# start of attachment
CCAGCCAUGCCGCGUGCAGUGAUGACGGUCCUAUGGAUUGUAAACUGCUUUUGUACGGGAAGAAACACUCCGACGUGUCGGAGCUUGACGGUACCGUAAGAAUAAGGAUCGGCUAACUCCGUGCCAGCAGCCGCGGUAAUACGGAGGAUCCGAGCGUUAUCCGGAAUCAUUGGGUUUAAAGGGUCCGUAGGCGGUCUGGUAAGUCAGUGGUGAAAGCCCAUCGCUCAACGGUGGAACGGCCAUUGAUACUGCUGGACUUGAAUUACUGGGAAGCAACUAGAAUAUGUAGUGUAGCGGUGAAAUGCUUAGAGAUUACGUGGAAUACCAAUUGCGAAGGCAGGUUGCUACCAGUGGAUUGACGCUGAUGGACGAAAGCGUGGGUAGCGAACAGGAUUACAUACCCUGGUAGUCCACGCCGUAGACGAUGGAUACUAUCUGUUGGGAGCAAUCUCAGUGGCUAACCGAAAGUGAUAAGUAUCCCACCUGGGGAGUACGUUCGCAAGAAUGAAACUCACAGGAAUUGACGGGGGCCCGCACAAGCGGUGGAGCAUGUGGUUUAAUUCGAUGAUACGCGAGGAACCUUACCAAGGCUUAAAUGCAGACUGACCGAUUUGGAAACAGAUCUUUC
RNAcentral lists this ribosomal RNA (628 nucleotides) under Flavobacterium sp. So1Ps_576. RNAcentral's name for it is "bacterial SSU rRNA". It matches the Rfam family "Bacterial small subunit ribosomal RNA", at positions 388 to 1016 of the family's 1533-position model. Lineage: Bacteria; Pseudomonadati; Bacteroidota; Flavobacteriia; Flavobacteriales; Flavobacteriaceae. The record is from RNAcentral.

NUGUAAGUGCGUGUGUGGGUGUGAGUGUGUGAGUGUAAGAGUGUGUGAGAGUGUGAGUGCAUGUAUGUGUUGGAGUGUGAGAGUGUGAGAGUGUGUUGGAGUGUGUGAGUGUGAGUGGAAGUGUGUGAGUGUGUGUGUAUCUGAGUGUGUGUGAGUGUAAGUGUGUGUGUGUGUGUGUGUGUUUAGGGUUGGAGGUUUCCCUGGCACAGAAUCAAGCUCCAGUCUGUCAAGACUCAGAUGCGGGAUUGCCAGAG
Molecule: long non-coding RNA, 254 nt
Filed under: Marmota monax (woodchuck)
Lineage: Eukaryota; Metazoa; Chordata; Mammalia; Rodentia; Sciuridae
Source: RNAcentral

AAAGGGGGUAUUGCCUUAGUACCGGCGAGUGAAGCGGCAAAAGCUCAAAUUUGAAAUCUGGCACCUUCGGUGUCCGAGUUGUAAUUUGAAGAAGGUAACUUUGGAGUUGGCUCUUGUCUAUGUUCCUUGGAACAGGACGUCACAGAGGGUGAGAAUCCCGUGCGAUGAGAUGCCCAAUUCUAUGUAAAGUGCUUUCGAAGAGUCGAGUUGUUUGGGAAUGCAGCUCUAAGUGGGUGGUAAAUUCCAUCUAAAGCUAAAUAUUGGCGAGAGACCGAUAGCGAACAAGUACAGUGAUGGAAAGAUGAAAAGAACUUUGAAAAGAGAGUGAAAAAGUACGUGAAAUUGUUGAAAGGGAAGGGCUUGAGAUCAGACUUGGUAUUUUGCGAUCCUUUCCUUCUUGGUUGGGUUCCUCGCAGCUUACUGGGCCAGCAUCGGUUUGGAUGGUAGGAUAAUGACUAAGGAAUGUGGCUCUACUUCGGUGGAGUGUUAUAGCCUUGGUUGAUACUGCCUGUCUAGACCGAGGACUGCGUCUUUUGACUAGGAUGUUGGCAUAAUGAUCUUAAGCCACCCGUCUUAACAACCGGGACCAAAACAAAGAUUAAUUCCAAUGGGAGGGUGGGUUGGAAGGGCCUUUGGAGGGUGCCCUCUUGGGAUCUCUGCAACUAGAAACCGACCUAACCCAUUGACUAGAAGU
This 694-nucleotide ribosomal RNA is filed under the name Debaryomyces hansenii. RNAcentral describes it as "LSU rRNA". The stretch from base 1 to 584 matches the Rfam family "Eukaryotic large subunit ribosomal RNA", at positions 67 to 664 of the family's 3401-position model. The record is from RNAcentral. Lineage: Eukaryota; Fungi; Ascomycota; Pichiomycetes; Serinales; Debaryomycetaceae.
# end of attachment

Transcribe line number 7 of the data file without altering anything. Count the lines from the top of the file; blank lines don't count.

Source: RNAcentral